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Classics


Reviving Habits of Prayer


By F.B. Meyer


Classics header.jpgNothing would be better for most of us than a great revival in our habits of private prayer. Perhaps we cannot do as Luther, who was accustomed to say, “I have so much work to do today that I cannot get through it with less than three hours of prayer.” But that we should pray more, that we should labor in prayer, that we should cultivate the art of prayer, is clear.

The instinct and impulse are with us by the grace of the Holy Spirit, but we need to cultivate the gracious inward movements until they become solidified into an unbending practice.


Set a Time and Place

As far as possible, we should set apart one period in each day for prayer, and there can be no question that the morning hour is best. When the body is fresh from sleep, and before the rush of daily thought, care and activity invades the mind, then the bells ring for matins [morning prayers], and it is wise to heed their call. Give Him thy first thoughts.

There should be, as far as possible, one room and one spot in the room, or one garden path, or a walk over the moor or beside the sea, where our seasons of private devotion are spent and our prayers are wont to be made.

The posture is a secondary matter. Many a Heaven-moving prayer has been uttered whilst the feet have been plodding along the road, or the hands plying their toils, or when weakness has chained the body to the couch.


A Spirit of Prayer

The main point for each of us is to have a spirit of prayer, so that the exercise be not irksome and tedious, but that the spirit may spring to it with delight.

We must not, however, wait for the high tide to rise before we launch forth on the voyage. If there is not deep water, we must make what use we can of the shallows. If the gale is not blowing to fill our flagging sails, we must make what use we can of the light breezes that dimple the calm and lethargic ocean.

Good is it when the soul leaps toward the prayer hour, but failing this eager desire, let us pray because we ought and because the supreme Lover of Souls will be disappointed if we do not appear at the trysting place to keep our appointment.

When the hour for prayer arrives, allow time for staying on the threshold of the temple to remember how great God is, how greatly He is to be praised, how great your needs are. Remember the distance between you and Him, and be sure that it is filled with love.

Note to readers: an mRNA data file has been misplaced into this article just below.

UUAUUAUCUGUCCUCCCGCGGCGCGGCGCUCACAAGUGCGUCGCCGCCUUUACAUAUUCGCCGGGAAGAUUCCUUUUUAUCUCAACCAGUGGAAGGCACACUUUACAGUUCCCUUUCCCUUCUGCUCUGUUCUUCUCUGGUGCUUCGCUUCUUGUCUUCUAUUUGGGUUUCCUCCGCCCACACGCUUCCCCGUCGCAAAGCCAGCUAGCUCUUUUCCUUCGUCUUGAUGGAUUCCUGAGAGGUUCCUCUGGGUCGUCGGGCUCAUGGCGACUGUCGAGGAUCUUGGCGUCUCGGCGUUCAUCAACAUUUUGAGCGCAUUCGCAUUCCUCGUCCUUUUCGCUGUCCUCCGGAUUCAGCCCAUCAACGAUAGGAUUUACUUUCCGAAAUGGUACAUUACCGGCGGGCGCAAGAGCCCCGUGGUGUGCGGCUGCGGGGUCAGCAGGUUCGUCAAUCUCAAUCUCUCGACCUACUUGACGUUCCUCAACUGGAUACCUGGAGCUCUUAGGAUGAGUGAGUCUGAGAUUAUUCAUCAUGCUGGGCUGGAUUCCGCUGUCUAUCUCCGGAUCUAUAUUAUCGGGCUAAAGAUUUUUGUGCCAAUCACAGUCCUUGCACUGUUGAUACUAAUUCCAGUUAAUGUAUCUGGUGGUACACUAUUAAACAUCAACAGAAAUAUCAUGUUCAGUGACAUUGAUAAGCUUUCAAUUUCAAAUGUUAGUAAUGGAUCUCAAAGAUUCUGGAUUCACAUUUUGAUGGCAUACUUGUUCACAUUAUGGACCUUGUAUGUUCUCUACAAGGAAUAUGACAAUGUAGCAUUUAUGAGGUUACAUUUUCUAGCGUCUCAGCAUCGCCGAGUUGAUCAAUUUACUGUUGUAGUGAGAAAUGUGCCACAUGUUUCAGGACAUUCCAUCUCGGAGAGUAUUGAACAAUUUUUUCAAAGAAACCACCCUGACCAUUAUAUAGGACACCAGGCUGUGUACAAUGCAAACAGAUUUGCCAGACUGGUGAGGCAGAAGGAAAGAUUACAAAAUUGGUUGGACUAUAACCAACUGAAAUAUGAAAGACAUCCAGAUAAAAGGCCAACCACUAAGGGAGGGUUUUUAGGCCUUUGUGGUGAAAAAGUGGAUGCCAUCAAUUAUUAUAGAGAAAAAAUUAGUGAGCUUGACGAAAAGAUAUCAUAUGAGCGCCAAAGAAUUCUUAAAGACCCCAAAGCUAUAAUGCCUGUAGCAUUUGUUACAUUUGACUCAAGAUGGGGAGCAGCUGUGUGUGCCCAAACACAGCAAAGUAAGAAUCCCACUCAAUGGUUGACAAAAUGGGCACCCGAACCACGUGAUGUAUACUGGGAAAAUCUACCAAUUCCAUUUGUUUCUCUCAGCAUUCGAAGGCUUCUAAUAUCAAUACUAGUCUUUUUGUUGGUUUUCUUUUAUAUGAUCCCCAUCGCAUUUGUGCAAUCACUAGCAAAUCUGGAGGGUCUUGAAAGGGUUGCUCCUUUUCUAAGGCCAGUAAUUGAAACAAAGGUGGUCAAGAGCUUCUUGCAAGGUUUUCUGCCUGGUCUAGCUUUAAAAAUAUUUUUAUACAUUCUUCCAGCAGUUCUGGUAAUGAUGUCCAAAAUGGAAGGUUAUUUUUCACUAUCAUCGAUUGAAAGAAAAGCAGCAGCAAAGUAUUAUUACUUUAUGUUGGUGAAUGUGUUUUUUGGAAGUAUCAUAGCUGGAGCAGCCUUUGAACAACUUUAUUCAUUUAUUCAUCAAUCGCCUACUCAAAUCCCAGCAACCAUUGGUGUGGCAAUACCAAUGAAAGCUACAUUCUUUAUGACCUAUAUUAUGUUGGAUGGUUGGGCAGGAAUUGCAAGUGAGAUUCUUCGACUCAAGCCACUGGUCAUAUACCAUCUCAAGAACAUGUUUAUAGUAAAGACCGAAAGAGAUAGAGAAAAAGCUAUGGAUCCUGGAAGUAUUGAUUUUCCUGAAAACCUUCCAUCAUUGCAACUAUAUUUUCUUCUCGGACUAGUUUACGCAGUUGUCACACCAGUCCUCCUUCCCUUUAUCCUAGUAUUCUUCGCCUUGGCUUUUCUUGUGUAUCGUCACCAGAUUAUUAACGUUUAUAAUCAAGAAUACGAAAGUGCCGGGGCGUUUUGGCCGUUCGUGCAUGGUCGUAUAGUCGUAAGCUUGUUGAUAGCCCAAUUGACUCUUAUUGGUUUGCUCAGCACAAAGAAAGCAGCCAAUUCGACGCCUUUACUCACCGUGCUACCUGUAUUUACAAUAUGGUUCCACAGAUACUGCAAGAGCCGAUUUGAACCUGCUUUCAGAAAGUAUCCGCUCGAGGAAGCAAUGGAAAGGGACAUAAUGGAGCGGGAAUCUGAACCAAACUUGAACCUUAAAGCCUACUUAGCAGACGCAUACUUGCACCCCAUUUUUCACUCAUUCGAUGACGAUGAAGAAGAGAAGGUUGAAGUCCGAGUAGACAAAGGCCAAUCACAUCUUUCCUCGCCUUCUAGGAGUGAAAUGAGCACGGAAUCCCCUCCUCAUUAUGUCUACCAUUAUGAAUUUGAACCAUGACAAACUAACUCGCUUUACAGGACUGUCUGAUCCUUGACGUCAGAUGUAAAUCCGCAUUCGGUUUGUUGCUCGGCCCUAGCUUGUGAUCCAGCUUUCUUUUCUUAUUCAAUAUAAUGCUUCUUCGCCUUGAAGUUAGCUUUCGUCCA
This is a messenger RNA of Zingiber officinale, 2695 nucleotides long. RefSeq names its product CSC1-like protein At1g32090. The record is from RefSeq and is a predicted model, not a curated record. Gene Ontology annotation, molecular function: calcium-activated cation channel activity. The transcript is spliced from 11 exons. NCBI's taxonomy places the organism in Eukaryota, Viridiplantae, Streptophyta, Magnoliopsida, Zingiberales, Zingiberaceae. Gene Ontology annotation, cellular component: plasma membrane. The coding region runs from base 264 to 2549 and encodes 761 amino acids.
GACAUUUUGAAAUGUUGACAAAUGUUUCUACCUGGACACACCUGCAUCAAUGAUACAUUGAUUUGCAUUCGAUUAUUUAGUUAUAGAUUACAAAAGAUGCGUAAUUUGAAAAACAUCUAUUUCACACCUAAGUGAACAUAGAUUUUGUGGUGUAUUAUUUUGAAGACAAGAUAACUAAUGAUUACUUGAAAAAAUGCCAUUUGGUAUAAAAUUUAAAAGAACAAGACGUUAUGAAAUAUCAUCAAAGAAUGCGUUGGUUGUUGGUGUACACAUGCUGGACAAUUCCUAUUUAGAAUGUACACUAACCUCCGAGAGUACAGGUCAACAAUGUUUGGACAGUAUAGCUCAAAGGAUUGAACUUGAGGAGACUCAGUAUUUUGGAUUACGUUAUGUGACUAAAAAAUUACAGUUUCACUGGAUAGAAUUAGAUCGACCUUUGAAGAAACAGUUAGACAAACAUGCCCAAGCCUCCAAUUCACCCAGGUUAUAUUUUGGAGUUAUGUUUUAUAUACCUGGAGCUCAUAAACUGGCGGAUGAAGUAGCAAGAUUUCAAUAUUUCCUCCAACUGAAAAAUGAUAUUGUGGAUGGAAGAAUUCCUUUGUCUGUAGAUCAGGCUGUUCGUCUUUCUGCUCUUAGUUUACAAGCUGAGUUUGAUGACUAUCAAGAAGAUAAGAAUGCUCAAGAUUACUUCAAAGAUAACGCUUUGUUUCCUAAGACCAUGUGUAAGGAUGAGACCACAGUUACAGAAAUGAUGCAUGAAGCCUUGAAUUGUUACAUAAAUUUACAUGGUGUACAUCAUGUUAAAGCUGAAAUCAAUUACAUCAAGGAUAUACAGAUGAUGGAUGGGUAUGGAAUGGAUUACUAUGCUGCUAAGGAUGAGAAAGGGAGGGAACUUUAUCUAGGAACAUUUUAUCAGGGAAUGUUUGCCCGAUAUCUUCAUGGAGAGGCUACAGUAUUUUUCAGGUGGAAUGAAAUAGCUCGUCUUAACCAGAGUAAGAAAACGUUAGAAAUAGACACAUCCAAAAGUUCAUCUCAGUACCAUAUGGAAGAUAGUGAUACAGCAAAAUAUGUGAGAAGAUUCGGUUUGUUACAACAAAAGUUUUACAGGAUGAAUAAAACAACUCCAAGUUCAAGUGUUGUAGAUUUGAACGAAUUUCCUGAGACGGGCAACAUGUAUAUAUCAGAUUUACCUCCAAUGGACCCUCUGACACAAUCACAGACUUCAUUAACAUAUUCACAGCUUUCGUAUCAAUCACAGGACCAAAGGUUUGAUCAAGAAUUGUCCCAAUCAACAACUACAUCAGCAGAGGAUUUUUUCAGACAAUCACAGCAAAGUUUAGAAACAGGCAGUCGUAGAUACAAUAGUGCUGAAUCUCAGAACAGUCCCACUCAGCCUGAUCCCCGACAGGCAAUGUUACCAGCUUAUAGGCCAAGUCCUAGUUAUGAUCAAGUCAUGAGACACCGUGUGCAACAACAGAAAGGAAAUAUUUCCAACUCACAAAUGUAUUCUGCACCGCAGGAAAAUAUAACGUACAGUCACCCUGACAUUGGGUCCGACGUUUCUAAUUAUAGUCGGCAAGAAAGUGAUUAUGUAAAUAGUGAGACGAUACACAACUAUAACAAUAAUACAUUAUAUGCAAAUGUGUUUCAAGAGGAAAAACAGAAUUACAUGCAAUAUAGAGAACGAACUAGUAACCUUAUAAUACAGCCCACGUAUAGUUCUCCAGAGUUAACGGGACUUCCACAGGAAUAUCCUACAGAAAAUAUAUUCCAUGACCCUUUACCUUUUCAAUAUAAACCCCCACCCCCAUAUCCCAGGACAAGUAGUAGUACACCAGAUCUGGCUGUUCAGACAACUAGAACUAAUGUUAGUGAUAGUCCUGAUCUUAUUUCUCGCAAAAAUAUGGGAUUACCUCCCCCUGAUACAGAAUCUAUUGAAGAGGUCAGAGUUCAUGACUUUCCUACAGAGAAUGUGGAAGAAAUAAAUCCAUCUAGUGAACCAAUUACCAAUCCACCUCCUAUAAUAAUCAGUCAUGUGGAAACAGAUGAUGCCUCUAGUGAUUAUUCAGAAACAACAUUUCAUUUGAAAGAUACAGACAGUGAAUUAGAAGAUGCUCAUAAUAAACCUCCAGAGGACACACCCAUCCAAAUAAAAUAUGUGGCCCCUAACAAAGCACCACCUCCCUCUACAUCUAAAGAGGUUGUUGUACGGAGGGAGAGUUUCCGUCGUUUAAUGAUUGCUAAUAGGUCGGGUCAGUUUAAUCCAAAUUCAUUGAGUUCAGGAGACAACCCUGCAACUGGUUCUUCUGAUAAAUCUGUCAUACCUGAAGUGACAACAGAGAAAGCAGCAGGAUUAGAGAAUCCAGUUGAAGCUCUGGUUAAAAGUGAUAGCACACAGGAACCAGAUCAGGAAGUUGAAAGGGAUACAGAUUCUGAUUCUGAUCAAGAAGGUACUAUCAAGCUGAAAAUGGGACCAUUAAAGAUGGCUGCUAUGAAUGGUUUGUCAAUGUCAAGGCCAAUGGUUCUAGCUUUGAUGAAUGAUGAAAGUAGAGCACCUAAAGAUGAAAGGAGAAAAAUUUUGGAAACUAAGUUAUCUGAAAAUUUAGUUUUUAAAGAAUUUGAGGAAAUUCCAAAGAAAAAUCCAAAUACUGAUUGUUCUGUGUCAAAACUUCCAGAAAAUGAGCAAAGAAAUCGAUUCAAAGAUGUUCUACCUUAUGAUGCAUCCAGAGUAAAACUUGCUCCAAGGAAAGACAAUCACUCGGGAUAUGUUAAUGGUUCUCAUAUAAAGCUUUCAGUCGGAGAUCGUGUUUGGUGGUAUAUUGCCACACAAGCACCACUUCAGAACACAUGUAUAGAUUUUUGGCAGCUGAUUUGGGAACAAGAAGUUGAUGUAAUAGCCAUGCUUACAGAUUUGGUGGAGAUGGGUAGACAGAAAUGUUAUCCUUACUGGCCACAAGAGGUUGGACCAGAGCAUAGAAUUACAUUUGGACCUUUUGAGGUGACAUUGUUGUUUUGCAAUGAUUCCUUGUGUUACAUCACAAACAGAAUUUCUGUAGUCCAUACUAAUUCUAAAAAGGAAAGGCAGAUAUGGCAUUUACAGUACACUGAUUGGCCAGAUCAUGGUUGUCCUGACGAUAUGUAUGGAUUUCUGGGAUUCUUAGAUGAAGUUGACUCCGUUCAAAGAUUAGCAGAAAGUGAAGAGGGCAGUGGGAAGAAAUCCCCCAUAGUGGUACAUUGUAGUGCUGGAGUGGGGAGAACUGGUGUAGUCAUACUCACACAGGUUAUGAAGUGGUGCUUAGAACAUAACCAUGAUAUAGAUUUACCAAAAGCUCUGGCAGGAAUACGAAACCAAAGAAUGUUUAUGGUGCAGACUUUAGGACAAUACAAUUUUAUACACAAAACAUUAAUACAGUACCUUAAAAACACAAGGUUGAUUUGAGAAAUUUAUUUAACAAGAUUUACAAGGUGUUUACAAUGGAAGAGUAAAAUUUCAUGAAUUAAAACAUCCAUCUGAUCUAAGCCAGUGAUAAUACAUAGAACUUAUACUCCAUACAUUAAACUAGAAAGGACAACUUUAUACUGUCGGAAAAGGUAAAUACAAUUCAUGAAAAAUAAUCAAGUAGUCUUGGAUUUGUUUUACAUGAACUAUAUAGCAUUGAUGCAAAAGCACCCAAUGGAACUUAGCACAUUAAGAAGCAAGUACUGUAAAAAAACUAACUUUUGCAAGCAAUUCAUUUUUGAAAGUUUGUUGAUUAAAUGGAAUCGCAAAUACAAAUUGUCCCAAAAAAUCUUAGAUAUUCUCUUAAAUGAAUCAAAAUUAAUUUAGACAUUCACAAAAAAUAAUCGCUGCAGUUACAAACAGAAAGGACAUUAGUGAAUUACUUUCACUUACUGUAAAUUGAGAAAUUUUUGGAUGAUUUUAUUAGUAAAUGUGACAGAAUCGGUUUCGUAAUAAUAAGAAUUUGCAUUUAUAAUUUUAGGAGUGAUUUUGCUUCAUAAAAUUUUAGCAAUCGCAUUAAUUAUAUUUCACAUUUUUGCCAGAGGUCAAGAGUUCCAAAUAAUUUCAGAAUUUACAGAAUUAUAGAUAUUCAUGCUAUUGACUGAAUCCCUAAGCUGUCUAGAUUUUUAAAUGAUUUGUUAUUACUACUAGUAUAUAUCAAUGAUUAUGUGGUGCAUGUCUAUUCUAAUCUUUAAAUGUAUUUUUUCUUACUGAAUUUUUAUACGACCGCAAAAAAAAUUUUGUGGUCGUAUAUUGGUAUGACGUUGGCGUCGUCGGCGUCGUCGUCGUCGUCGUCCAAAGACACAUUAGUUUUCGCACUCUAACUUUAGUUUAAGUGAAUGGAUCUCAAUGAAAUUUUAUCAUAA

Recall the promises that bid you to approach. Consider all the holy souls that have entered and are entering those same portals; and do not forget the many occasions in which the lowering skies have cleared, the dark clouds have parted, and weakness has become power during one brief spell of prayer.


Fanning into Flame

We specially need the aid of the Holy Spirit, who helps our infirmities in prayer. He kindled the spark of devotion at the first and knows well how to fan it into a flame.

It is good to confide in Him, to confess that you would but cannot pray, that your desires are languid and your love cool, that the lips which should be touched with fire are frostbitten, that the wings which ought to have borne you to Heaven are clipped. He understands and loves to be appealed to and will assuredly quicken the flagging soul.

One look to the Spirit of prayer will find Him in the heart. As our Teacher, He begins to repeat the words of petition which we lisp after Him. As our Comforter and Paraclete, He stands beside us, showing us where to aim our petitions and steadying our trembling hands.


Blessed Hope

Sometimes it will be the confession of recent backsliding and inconsistency, which have drawn a veil over the face of Christ; sometimes, the overflowing of thanksgiving, as you count over your blessings, one by one; sometimes, the urgency of need to intercede for some beloved friend or friends. But always, you may discover some wave of blessed helpfulness.

When we pray, it is not enough merely to speak a long list of requests into the ear of God; it becomes us to wait after each one and to receive by an appropriating act of the soul. It is as though we saw God take from the shelves of His storehouse the boon on which we had set our heart, label it with our name, and put it aside until the precise moment arrived in which He could bestow it on us without hurt.

But whether it is in our hands or not is of small matter, because “we know that we have the petitions that we desired of him” (1 John 5:15, KJV).  

F.B. MEYER (1847–1929) was a Baptist pastor and evangelist in England who became lifelong friends with D.L. Moody. He preached on both sides of the ocean and was known as a crusader against immorality. He authored more than 40 books.
 

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